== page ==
Flagging German far right fails the electoral test

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The Independent Online
IN THE German elections last weekend there was one dog that did not bark. In the four years since German unity, there have been ritual predictions that Germany could slip back towards the grisly past. Every far-right act of violence and every sign of far-right electoral support was taken as proof that the apocalypse was round the corner. The elections on Sunday showed it was not.

The elections were confusing in most respects - five main parties and every one a self-declared winner. One minority party could not pretend to find some good news. The far-right Republicans gained less than 2 per cent of the vote - less than half the amount needed to gain seats in parliament.

Only two years ago, the Republicans were riding high. In elections in the south-western state of Baden-Wurttemberg, the Republicans gained 11 per cent of the vote, forcing the Christian Democrats and Social Democrats to form a grand coalition to keep them out. In local elections in the west German state of Hesse last year, they gained more than 8 per cent. This Sunday, the Republican vote in those two states was 3 and 2 per cent respectively.

There are several reasons for the decline of the Republicans, who are treated as pariahs by the political and media establishment. An obvious source of xenophobic resentment has partly dried up. The flood of asylum-seekers into Germany after 1990, at the same time as the start of Germany's economic problems, led to enormous tensions. Germany's uniquely liberal asylum laws allowed all comers to settle at the taxpayers' expense while their cases were considered. For 40 years, while the Iron Curtain was in place, this was a luxury that West Germany could afford. With the end of the Cold War and the opening of borders, the trickle of refugees became a deluge and passions soared.

Last year, after much agonising, the opposition Social Democrats agreed to a change in the constitution to close the floodgates. Germany's liberal image was sullied, since its immigration laws were now almost as strict as those of the UK. The writer Gunter Grass left the Social Democrats in disgust. But the Republicans no longer had obvious grievances to play on.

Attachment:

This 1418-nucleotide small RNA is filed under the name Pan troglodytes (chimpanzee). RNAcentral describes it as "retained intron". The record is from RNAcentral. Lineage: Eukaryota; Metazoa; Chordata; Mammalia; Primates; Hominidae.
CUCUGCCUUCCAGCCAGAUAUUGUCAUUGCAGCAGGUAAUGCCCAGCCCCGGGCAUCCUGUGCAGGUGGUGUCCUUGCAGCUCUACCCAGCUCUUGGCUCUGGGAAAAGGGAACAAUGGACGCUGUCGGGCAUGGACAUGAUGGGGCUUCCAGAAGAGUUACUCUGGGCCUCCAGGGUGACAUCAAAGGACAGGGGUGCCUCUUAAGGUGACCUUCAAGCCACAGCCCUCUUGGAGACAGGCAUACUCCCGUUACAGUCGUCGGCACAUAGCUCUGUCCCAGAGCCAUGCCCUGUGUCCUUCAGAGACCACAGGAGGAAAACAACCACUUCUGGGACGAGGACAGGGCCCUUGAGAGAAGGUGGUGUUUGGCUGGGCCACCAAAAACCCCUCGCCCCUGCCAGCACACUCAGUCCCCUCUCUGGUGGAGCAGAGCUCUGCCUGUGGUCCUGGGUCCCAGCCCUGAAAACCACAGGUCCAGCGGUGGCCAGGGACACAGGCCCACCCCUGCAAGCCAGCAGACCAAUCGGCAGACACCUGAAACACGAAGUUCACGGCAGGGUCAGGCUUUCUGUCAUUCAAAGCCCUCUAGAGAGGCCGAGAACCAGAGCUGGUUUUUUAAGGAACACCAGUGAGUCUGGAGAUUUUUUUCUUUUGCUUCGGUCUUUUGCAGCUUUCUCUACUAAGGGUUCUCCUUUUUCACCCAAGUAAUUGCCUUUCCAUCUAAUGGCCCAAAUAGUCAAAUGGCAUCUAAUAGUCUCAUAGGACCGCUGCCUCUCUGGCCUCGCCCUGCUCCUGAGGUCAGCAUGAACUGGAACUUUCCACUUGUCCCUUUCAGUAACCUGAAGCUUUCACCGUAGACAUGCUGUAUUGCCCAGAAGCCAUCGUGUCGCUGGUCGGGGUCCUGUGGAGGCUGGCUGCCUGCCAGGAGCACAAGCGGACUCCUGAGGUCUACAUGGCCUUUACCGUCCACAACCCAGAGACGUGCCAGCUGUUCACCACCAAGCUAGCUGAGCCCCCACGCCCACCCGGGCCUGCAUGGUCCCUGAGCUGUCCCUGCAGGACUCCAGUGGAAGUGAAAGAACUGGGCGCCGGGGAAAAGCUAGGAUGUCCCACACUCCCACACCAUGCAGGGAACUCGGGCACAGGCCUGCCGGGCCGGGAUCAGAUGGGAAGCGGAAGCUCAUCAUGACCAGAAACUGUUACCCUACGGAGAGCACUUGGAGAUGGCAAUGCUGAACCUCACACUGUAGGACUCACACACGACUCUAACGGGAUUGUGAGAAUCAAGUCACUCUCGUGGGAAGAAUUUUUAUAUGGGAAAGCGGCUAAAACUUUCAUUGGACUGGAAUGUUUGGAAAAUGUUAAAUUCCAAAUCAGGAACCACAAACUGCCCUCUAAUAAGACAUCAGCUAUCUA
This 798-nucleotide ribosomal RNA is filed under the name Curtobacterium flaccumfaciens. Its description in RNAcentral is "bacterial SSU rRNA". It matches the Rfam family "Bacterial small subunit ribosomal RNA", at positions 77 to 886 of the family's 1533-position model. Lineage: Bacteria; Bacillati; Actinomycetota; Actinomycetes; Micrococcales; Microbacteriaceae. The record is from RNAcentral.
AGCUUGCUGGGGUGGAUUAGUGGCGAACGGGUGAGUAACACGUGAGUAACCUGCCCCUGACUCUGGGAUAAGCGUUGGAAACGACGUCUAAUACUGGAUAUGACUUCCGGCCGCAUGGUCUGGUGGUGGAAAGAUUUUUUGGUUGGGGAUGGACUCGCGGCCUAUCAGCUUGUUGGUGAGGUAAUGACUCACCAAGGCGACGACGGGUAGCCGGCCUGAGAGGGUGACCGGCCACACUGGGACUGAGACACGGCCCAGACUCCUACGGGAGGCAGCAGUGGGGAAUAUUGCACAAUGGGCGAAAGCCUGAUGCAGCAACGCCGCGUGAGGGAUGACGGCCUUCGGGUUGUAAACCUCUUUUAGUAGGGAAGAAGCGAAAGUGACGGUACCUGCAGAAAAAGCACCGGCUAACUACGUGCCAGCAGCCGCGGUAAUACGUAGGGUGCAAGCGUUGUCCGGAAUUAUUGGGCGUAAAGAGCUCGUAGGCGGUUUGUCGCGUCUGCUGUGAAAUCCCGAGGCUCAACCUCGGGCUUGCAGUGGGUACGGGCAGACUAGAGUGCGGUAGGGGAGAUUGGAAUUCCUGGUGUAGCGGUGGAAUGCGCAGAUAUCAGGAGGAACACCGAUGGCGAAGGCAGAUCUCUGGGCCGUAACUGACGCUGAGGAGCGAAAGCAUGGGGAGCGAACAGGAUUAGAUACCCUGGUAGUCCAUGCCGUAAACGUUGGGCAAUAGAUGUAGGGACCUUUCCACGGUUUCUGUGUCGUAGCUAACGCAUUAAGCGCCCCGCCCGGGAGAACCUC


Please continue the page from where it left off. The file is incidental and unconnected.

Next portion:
In addition, there was shock over the worst acts of racist violence Germany had seen since 1945. When three Turks were burnt to death in November 1992, hundreds of thousands took part in candle-lit marches. When five Turks were burnt to death in May 1993, the shockwave was greater still.

The Republicans could claim until they were blue in the face that they had nothing to do with neo-Nazi, murderous skinheads, but many saw them as 'spiritual arsonists'. Even petty bigots, it seemed, stopped short of wanting murder. Support for the Republicans slumped sharply. A third reason for their loss of support was that the party's populism was exposed as a sham. The moment that Republicans got seats on local councils and regional parliaments, they began creaming off the maximum number of allowances, while taking little interest in day-to-day politics. They seemed to represent the kind of sleaze they had complained about.

As support for the Republicans declined, knives came out for the party leader, Franz Schonhuber, a former member of Hitler's Waffen-SS. Mr Schonhuber, in an attempt to restore the fortunes of the far right, held talks in August with Gerhard Frey, leader of the DVU (German People's Union), an admirer of Vladimir Zhirinovsky. The declaration of friendship was an admission of weakness. Many would-be respectable Republicans were unhappy.

Earlier this month, Mr Schonhuber was dumped by his colleagues, unhappy at the bad publicity that Mr Schohuber's chats with Mr Frey had brought. A Berlin court ruled last week that the palace coup was illegitimate and that only a party conference could get rid of Mr Schonhuber. Either way, the Republicans' star is waning - in contrast to the success of nationalist parties elsewhere in Europe.